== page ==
- More than half of the executives surveyed (54%) say that organizations must make significant changes to effectively manage supply chain disruptions in the next five years.
- Companies are pursuing a range of actions to mitigate the impacts of future disruptions, including strengthening relationships with existing suppliers, implementing permanent supply chain risk management teams and processes, accelerating investment in digital technology, and integrating supply chain and procurement more closely with finance and IT.
ABOUT THE COST OF SUPPLY CHAIN DISRUPTION METHODOLOGY
To explore the impacts of recent disruptions to global supply chains and the measures that firms are taking to build resilience and weather future disruptions, GEP commissioned The Economist Intelligence Unit to survey 400 senior supply chain and procurement executives in five sectors (agriculture and food; industrials; consumer goods and retail; healthcare and pharmaceuticals; and energy and utilities). The respondents are based in eight countries across the U.S. and Europe (Belgium, France, Germany, Ireland, Luxembourg, Netherlands and the U.K.) and work in senior roles in their organizations, with 60% being C-level executives and the remainder being director-level or above. Half of them work in organizations with annual revenues of over US$1 billion.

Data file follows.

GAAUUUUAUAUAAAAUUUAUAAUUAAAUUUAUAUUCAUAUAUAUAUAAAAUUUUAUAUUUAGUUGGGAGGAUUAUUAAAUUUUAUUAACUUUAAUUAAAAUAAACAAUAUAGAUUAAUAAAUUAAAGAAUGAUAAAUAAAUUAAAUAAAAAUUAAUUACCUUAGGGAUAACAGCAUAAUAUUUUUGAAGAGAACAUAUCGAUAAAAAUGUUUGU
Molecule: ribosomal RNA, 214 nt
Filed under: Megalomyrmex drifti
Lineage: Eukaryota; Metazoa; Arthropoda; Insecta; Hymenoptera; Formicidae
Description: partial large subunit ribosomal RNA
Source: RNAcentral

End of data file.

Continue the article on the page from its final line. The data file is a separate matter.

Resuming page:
1 Based on insights from The EIU, GEP has calculated that up to $4 trillion in revenue may have been lost as a result of supply disruptions. GEP calculations are based on cumulative 2019 revenue of US + EU-based Fortune 2000 companies with >$1 billion revenue: $21.8 trillion
ABOUT THE ECONOMIST INTELLIGENCE UNIT
The Economist Intelligence Unit is the world leader in global business intelligence. It is the business-to-business arm of The Economist Group, which publishes The Economist newspaper. The Economist Intelligence Unit helps executives make better decisions by providing timely, reliable and impartial analysis on worldwide market trends and business strategies. More information can be found at www.eiu.com or www.twitter.com/theeiu.
GEP delivers transformative supply chain solutions that help global enterprises become more agile and resilient, operate more efficiently and effectively, gain competitive advantage, boost profitability and increase shareholder value.
Fresh thinking, innovative products, unrivaled domain expertise, and smart, passionate people — this is how GEP SOFTWARE™, GEP STRATEGY™ and GEP MANAGED SERVICES™ together deliver supply chain solutions of unprecedented scale, power and effectiveness. Our customers are the world’s best companies, including hundreds of Fortune 500 and Global 2000 industry leaders who rely on GEP to meet ambitious strategic, financial and operational goals.
A leader in multiple Gartner Magic Quadrants, GEP’s cloud-native software and digital business platforms consistently win awards and recognition from industry analysts, research firms and media outlets, including Gartner, Forrester, IDC and Spend Matters. GEP is also regularly ranked a top supply chain consulting and strategy firm, and a leading managed services provider by ALM, Everest Group, NelsonHall, IDC, ISG and HFS Research, among others.
Headquartered in Clark, New Jersey, GEP has offices and operations centers across Europe, Asia, Africa and the Americas. To learn more, visit www.gep.com.
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This is not a CAPTIS article. Originally, it was published here.